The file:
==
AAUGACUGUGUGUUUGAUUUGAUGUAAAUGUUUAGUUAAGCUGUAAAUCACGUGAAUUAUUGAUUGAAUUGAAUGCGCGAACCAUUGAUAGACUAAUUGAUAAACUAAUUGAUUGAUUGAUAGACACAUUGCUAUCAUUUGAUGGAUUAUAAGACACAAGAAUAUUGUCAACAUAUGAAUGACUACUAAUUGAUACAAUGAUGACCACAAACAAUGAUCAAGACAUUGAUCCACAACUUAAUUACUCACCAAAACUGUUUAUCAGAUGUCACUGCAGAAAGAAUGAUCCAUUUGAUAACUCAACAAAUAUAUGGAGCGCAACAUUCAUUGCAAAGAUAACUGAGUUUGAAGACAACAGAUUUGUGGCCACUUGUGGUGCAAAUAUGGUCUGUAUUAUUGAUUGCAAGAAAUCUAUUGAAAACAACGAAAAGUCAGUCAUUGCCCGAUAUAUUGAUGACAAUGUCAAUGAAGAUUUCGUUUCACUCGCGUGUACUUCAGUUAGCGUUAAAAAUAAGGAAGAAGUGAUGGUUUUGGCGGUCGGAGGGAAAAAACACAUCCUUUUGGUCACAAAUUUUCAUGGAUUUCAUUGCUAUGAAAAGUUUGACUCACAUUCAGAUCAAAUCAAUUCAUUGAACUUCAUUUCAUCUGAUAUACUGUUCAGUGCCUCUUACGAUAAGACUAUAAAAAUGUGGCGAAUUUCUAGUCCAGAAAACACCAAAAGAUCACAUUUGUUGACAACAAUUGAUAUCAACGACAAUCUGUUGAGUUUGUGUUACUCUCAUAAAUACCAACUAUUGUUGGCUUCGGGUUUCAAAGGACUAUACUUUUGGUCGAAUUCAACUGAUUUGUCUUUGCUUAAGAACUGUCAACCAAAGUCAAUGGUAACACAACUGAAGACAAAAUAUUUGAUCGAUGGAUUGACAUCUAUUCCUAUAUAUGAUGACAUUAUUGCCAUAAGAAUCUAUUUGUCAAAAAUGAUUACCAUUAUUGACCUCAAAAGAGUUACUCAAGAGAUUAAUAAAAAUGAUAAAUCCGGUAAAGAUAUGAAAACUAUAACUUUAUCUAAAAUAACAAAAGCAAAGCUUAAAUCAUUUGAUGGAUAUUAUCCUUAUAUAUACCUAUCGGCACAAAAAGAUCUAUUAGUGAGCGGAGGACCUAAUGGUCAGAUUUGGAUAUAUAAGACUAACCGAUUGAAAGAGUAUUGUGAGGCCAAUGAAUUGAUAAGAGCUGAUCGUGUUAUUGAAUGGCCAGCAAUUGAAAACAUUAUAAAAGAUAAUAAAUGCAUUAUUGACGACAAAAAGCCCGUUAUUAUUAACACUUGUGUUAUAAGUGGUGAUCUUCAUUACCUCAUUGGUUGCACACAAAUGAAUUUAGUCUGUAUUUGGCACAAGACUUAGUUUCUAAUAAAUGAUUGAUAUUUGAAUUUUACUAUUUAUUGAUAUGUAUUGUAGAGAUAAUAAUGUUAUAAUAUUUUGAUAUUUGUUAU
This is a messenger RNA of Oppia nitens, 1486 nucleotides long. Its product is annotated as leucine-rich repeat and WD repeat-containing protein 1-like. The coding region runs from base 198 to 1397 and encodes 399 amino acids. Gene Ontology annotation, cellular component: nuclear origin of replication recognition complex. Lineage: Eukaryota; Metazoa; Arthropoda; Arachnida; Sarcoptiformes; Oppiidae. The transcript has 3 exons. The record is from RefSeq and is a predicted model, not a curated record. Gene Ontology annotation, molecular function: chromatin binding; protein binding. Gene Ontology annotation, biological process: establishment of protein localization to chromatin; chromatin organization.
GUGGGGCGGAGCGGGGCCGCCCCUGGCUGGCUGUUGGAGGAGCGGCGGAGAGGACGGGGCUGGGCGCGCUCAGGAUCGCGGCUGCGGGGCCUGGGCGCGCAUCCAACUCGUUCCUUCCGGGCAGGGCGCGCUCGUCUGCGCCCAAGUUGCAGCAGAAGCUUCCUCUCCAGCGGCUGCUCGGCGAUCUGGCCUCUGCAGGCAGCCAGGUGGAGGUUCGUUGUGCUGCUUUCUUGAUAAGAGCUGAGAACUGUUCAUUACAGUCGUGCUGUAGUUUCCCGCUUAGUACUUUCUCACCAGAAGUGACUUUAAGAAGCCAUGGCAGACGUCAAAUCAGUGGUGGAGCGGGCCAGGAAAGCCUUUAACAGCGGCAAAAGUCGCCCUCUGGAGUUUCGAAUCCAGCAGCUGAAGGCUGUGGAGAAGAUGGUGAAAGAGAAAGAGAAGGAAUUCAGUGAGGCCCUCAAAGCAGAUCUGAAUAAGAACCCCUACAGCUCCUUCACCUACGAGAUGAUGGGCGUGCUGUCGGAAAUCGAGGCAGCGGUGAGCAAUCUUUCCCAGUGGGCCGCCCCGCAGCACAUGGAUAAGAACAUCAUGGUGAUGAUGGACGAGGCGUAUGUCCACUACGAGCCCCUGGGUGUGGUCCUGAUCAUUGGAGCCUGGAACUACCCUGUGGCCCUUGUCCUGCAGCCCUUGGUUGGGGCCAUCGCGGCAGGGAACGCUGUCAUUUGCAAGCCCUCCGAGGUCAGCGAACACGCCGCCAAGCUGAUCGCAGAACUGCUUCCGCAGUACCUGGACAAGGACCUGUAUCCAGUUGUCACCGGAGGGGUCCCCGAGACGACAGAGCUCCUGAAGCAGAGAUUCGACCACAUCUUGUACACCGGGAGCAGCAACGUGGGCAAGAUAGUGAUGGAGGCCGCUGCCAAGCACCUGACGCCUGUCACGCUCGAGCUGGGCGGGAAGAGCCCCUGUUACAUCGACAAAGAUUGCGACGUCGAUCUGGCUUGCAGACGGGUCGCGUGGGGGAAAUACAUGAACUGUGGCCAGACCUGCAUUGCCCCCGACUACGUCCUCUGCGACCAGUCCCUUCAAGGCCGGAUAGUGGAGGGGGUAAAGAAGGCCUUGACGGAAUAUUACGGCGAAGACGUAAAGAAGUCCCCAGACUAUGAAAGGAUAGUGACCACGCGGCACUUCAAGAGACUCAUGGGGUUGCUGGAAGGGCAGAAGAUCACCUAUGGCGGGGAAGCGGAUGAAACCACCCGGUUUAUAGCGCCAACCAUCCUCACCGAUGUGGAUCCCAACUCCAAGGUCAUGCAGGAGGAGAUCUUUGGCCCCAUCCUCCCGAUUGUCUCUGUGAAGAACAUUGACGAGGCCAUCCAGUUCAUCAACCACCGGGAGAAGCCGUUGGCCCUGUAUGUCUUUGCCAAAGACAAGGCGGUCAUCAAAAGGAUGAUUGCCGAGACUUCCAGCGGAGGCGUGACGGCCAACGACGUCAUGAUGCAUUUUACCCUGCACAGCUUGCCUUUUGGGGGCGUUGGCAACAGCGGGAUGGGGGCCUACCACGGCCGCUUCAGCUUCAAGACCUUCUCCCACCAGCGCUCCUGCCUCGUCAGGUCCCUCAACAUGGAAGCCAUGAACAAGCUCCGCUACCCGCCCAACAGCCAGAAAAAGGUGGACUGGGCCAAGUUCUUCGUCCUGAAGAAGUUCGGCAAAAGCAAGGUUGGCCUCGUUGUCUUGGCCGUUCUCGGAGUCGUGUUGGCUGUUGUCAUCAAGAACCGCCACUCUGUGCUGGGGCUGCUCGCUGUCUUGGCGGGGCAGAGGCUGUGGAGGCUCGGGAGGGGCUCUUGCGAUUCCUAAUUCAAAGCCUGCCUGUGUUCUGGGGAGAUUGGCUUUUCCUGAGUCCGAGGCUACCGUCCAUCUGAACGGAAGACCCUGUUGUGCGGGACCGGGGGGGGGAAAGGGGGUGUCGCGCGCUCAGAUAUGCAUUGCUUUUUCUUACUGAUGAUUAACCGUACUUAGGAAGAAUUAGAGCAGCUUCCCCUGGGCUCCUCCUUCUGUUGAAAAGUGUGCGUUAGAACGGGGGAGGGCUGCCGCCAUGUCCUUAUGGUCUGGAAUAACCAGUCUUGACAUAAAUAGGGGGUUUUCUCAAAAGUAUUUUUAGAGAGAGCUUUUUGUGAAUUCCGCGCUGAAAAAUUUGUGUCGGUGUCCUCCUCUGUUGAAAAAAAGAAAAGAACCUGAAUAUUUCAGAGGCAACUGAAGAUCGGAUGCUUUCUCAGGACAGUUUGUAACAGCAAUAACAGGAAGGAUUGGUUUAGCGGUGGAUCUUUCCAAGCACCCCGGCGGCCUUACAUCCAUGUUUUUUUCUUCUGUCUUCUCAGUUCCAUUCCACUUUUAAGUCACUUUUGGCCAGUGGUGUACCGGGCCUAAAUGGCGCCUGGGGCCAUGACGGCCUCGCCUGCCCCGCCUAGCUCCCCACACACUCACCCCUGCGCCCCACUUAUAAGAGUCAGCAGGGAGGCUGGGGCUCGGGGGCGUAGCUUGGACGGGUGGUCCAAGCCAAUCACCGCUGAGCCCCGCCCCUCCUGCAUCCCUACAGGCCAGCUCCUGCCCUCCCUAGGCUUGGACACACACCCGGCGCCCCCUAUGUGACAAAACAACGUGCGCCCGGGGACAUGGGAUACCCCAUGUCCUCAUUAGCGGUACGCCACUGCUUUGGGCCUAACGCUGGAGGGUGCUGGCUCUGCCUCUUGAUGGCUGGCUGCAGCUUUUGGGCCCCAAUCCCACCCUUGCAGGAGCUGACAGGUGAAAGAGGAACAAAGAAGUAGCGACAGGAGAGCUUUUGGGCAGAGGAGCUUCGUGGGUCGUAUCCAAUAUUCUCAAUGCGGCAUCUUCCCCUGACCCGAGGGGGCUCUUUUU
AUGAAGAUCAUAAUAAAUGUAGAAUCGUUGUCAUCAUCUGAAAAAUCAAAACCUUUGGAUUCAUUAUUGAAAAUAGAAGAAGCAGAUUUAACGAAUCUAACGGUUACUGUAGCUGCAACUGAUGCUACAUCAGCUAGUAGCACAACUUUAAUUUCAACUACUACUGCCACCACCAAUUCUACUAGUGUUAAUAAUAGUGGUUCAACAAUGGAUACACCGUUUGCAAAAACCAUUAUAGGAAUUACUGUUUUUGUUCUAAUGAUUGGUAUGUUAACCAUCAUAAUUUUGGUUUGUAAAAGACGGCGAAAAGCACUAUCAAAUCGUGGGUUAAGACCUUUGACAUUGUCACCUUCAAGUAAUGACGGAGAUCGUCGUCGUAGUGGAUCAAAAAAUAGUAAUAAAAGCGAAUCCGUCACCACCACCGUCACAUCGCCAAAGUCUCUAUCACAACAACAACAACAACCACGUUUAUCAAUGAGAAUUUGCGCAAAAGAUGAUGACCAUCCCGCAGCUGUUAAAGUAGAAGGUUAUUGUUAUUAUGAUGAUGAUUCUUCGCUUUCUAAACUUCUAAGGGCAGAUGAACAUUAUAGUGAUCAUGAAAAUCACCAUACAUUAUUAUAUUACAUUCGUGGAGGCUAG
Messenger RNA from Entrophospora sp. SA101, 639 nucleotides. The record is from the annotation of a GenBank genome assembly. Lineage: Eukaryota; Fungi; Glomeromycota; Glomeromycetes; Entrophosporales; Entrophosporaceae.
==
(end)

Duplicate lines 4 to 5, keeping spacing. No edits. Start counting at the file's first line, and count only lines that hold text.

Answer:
AUGAAGAUCAUAAUAAAUGUAGAAUCGUUGUCAUCAUCUGAAAAAUCAAAACCUUUGGAUUCAUUAUUGAAAAUAGAAGAAGCAGAUUUAACGAAUCUAACGGUUACUGUAGCUGCAACUGAUGCUACAUCAGCUAGUAGCACAACUUUAAUUUCAACUACUACUGCCACCACCAAUUCUACUAGUGUUAAUAAUAGUGGUUCAACAAUGGAUACACCGUUUGCAAAAACCAUUAUAGGAAUUACUGUUUUUGUUCUAAUGAUUGGUAUGUUAACCAUCAUAAUUUUGGUUUGUAAAAGACGGCGAAAAGCACUAUCAAAUCGUGGGUUAAGACCUUUGACAUUGUCACCUUCAAGUAAUGACGGAGAUCGUCGUCGUAGUGGAUCAAAAAAUAGUAAUAAAAGCGAAUCCGUCACCACCACCGUCACAUCGCCAAAGUCUCUAUCACAACAACAACAACAACCACGUUUAUCAAUGAGAAUUUGCGCAAAAGAUGAUGACCAUCCCGCAGCUGUUAAAGUAGAAGGUUAUUGUUAUUAUGAUGAUGAUUCUUCGCUUUCUAAACUUCUAAGGGCAGAUGAACAUUAUAGUGAUCAUGAAAAUCACCAUACAUUAUUAUAUUACAUUCGUGGAGGCUAG
Messenger RNA from Entrophospora sp. SA101, 639 nucleotides. The record is from the annotation of a GenBank genome assembly. Lineage: Eukaryota; Fungi; Glomeromycota; Glomeromycetes; Entrophosporales; Entrophosporaceae.